Homeowners are eager to get out and do something in the landscape this time of year, especially when the weather is as nice as it’s been. One chore that can be taken care of during March is pruning certain shrubs and trees. Remember, not all shrubs need to be pruned, and certain shrubs that bloom during early spring such as Azaleas, should only be pruned in summer after spring blooming.
Shrubs are pruned to maintain or reduce size, rejuvenate growth, or to remove diseased, dead or damaged branches. Deciduous shrubs are those that lose leaves each winter. Evergreen shrubs maintain foliage all year, such as yews, hollies, and junipers. Shrubs that bloom on current seasons’ growth or that do not produce ornamental flowers are best pruned in March. Pruning during the spring allows wounds to heal quickly without threat from insects or disease. There is no need to treat pruning cuts with paints or sealers, and this could actually harm plants.
There are three basic methods used in pruning shrubs: thinning, heading back, and rejuvenating. Thinning is used to thin out branches from a shrub that has become too dense. It is accomplished by removing most of the inward growing twigs by either cutting them back to a larger branch or cutting them back to just above an outward-facing bud. On multi-stemmed shrubs, the oldest canes may be completely removed. Heading back is done by removing the end of a branch by cutting it back to a bud and is used for either reducing height or keeping a shrub compact. Rejuvenation is the most severe type of pruning and may be used on multi-stem shrubs that have become too large, with too many old branches to justify saving the younger canes. All stems are cut back to 3 to 5-inch stubs.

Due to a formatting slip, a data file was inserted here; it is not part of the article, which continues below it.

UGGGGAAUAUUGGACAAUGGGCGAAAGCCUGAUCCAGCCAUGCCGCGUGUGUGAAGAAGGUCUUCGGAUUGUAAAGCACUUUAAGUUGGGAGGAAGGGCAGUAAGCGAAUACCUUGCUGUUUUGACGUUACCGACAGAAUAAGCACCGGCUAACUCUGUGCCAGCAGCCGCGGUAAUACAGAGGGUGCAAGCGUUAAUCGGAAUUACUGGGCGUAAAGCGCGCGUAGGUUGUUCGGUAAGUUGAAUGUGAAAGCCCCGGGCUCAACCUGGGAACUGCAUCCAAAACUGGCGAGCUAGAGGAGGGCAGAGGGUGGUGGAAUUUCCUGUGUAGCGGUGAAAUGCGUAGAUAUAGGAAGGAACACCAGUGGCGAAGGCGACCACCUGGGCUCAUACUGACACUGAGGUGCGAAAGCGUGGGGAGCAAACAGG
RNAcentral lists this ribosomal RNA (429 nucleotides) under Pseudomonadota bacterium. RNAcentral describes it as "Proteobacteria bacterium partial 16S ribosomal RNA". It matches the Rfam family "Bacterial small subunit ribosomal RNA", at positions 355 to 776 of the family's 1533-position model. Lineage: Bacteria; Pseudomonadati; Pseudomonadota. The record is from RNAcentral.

Use good, sharp tools for pruning, with a little oil or lubricant to help them work better and for protection when putting away until next time.